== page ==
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This profile was last updated on 4/1/15  and contains information from public web pages and contributions from the ZoomInfo community.

Dr. Craig P. Fischer

Wrong Dr. Craig P. Fischer?


Phone: (713) ***-****  
Email: c***@***.org
The Methodist Hospital corporation
6560 Fannin ST 220
Houston , Texas 77030
United States

Company Description: The Methodist Hospital, established in Houston, Texas, in 1919, is one of the nation's largest private, non-profit hospitals and is a charter member of the Texas...   more

Employment History

Board Memberships and Affiliations


  • MD
  • MPH
  • combined MD
  • MBA
  • MD Ex-Officio
63 Total References
Web References
Craig Fischer, chief of ... [cached]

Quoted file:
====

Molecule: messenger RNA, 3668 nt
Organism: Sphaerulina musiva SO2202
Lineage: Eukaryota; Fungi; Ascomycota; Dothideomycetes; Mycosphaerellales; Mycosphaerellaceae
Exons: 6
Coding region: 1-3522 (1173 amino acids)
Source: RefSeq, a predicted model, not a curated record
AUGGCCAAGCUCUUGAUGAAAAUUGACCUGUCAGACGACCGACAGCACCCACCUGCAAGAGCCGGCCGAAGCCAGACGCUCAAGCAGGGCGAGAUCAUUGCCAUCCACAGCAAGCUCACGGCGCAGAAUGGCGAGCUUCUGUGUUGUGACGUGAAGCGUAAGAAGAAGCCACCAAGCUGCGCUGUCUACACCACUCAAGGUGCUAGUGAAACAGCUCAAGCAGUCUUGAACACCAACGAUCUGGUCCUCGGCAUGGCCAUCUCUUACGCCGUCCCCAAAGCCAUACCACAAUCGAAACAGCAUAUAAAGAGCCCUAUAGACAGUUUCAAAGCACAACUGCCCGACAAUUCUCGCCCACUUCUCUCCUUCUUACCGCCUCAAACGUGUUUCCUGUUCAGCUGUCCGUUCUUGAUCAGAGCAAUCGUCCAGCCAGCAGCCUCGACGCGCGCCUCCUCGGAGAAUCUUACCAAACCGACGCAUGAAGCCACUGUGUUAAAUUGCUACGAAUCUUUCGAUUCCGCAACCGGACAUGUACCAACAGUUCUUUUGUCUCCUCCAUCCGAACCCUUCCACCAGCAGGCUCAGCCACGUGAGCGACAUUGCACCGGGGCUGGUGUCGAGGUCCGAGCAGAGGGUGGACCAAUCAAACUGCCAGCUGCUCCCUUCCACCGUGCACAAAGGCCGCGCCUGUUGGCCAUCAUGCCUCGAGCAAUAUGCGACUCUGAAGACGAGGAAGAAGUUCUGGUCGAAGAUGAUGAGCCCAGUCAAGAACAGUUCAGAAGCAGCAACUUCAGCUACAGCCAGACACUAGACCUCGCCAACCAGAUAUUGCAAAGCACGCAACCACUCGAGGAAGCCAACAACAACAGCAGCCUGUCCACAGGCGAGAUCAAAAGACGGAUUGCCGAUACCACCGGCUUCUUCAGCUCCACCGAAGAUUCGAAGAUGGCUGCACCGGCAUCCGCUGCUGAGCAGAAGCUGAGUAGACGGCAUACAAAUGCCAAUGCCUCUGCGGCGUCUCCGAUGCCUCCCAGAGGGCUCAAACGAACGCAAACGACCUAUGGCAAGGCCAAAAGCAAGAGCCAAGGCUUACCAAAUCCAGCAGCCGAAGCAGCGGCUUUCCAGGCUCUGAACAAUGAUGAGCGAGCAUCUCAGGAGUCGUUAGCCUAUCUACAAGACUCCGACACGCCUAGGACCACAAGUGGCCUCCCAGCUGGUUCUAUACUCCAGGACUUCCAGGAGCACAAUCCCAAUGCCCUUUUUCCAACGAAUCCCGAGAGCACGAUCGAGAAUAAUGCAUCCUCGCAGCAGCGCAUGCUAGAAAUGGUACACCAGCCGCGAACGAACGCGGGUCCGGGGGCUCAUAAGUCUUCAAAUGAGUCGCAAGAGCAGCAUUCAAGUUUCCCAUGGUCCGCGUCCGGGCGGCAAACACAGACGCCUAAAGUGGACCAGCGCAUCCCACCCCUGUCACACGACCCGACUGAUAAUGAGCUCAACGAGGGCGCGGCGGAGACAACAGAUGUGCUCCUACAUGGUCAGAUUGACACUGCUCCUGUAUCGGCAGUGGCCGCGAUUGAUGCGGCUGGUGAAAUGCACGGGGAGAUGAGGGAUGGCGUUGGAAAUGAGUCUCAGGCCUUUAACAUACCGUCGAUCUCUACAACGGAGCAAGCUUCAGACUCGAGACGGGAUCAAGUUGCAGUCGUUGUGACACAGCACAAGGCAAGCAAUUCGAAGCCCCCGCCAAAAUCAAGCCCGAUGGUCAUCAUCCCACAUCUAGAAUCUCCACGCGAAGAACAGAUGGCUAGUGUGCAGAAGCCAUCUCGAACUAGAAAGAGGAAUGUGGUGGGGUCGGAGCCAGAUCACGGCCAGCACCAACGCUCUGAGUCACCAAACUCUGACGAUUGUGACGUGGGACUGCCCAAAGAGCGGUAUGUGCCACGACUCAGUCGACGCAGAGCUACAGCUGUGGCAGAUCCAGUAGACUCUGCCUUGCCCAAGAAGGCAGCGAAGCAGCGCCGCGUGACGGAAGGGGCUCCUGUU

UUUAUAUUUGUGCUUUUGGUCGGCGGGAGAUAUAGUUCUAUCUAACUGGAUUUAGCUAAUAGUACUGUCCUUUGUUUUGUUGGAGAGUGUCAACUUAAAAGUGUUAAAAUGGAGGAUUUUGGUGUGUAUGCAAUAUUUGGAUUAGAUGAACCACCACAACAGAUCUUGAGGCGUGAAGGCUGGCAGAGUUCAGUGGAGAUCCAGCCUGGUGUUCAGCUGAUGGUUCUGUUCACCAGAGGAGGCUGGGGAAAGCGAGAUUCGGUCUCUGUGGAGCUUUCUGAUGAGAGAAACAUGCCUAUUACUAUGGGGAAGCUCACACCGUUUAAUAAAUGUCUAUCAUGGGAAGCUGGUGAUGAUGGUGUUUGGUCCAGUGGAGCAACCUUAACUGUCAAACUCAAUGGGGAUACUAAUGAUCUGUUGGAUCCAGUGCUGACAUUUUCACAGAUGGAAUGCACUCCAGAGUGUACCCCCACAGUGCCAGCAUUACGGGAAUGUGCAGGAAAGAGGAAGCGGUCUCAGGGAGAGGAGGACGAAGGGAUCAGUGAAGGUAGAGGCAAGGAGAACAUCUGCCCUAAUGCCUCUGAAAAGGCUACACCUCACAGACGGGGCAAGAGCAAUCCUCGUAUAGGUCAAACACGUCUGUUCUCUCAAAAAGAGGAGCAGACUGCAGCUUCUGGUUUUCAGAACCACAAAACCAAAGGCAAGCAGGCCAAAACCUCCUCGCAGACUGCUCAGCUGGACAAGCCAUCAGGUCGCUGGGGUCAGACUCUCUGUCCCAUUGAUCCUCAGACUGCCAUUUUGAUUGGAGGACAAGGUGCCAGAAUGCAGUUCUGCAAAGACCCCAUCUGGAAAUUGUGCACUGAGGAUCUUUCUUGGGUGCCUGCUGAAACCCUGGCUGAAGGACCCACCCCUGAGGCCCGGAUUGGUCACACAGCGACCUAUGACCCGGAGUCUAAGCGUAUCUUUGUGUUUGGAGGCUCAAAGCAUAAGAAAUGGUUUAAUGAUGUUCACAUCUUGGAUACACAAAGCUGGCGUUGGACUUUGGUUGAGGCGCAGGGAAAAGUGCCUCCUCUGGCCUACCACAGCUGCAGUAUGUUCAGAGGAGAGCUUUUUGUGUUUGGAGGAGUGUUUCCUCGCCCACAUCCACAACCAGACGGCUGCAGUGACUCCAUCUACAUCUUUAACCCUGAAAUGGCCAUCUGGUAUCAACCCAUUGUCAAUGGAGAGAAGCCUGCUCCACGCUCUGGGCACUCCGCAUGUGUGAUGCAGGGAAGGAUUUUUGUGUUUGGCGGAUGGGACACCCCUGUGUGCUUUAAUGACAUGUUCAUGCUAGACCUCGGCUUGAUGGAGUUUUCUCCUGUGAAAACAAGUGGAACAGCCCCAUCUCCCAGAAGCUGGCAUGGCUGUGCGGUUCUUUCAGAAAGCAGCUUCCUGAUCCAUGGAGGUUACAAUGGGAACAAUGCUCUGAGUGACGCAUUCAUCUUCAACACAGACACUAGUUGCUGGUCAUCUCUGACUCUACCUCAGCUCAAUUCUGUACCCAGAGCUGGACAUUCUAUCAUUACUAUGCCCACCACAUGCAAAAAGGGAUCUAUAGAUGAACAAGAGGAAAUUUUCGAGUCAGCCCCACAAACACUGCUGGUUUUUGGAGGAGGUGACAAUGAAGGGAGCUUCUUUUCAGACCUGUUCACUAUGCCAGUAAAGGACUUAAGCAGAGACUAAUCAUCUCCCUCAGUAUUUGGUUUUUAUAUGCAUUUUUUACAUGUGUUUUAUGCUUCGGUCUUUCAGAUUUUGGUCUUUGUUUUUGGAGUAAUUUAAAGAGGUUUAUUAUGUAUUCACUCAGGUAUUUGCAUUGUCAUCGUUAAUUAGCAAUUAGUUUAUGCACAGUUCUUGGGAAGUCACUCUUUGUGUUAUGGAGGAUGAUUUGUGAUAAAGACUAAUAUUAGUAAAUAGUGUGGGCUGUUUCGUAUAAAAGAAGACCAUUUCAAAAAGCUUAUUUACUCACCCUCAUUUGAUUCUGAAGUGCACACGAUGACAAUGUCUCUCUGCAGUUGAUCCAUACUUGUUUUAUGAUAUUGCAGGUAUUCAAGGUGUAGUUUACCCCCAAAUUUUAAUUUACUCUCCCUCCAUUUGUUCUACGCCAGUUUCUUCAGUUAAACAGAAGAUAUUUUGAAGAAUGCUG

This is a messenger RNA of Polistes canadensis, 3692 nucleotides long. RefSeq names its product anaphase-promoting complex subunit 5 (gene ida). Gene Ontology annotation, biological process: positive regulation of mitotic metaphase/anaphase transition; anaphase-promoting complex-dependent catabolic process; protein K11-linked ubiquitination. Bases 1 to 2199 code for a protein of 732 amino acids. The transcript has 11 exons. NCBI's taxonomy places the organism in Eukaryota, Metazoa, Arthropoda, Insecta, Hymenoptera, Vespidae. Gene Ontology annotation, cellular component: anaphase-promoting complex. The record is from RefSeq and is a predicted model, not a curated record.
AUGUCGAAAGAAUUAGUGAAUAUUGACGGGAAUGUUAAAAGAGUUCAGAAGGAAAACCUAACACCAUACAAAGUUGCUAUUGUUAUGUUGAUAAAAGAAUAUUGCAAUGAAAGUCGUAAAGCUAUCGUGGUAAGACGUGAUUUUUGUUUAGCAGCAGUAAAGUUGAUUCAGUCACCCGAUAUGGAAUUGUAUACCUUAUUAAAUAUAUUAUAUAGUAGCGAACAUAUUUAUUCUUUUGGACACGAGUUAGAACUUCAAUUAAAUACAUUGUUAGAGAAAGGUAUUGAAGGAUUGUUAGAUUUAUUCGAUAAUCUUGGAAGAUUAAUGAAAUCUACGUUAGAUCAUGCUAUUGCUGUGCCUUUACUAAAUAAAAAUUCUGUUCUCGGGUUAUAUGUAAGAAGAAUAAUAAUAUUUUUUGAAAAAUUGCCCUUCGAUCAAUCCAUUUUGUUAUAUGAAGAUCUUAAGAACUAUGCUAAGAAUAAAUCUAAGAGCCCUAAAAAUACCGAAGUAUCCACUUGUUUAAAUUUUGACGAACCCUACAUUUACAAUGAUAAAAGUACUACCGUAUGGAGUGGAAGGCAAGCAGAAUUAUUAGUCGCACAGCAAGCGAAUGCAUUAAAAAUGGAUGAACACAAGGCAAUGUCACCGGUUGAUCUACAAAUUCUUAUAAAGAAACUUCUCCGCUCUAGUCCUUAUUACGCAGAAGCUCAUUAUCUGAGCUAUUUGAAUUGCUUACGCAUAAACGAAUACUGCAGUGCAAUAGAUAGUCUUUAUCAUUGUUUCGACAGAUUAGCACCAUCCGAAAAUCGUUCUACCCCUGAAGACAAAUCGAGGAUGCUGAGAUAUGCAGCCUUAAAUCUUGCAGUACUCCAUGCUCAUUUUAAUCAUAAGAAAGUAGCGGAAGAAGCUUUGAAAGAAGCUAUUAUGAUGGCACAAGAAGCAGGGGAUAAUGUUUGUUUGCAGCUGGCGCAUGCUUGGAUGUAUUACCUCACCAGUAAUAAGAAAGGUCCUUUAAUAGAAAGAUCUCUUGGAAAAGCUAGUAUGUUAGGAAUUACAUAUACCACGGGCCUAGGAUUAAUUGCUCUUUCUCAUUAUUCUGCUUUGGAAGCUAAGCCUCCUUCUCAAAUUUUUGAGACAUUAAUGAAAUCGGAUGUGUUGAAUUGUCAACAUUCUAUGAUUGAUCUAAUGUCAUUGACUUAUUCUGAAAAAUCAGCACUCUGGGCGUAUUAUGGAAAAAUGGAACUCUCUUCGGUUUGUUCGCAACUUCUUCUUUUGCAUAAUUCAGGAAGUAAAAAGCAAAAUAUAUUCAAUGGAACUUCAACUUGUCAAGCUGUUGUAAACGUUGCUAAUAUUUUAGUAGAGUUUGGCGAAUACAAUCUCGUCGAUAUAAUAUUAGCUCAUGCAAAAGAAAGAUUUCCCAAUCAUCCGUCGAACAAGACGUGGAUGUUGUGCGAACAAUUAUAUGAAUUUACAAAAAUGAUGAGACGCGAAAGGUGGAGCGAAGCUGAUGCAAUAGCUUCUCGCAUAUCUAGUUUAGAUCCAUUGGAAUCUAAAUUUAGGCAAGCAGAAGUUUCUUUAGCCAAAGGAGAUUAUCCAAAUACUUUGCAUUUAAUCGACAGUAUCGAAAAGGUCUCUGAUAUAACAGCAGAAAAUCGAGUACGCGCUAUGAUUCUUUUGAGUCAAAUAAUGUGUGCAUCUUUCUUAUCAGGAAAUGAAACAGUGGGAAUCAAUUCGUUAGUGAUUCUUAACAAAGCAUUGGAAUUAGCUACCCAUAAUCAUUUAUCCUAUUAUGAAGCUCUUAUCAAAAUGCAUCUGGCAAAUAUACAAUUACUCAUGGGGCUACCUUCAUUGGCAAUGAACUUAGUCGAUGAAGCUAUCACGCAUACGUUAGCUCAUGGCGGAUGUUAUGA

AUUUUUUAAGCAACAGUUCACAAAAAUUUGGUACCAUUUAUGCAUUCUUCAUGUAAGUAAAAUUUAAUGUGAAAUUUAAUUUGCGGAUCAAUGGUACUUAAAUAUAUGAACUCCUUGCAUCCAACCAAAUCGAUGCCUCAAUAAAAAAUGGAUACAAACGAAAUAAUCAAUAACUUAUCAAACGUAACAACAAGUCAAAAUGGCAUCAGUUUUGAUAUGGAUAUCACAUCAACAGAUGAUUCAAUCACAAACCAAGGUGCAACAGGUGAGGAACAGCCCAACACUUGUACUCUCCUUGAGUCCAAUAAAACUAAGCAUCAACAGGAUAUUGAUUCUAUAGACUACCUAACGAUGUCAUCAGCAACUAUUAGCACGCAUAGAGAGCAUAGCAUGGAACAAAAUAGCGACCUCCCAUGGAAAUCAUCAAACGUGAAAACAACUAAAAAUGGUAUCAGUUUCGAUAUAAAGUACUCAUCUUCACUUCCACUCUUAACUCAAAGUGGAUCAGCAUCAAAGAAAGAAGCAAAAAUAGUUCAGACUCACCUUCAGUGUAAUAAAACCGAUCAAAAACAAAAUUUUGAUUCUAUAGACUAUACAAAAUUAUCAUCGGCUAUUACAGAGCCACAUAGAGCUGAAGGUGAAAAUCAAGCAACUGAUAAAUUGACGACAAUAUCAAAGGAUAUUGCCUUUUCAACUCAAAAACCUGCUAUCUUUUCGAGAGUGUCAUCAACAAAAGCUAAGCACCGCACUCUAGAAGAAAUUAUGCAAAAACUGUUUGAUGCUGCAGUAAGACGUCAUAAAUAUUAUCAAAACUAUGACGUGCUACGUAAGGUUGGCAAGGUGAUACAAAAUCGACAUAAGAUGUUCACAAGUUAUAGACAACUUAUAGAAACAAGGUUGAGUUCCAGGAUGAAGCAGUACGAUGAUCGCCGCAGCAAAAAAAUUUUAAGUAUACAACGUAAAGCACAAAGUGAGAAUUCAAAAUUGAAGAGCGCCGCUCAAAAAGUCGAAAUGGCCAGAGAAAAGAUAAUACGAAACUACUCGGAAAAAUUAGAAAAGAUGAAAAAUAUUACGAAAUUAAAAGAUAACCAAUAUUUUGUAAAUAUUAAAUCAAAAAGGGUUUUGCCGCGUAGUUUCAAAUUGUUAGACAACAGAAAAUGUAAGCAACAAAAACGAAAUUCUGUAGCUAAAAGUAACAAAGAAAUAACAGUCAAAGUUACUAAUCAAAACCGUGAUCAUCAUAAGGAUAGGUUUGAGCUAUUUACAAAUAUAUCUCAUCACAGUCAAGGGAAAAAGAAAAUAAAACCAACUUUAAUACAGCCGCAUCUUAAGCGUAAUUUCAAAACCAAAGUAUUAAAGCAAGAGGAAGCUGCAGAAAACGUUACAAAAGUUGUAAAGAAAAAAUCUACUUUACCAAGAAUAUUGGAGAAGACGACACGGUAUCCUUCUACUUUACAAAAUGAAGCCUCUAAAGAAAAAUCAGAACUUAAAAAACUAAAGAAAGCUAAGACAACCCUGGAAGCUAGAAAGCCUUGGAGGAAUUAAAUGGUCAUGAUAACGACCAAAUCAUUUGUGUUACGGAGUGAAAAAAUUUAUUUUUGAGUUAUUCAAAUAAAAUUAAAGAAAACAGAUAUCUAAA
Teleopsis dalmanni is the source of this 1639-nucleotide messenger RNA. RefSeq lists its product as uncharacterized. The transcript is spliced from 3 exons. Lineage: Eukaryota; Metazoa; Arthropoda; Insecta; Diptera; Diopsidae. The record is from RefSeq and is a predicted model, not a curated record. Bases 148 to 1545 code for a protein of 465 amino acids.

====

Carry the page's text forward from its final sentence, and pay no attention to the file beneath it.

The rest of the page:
Craig Fischer, chief of digestive surgical oncology and associate professor of surgery at Methodist Hospital, apologized for his suit in a signed statement provided to the Houston Chronicle by [...]
"This is part of the more ..., 1 Sept 2010 [cached]
"This is part of the more complicated story about the epidemic of obesity," said Craig P. Fischer, MD, MPH, assistant professor of surgery of Methodist Hospital in Houston, as he moderated a press conference where the studies were presented.
Craig Peter Fischer, ..., 28 June 2014 [cached]
Craig Peter Fischer, M.D.
Craig Peter Fischer M.D., M.P.H., FACS
Craig Fischer was born in Rochester, MN on January 26, 1965 and died on June 28, 2014. Craig moved to Houston in 1982 when his father, Dr. Ronald Fischer, accepted a position as Director of Trauma Surgery at University of Texas Medical School.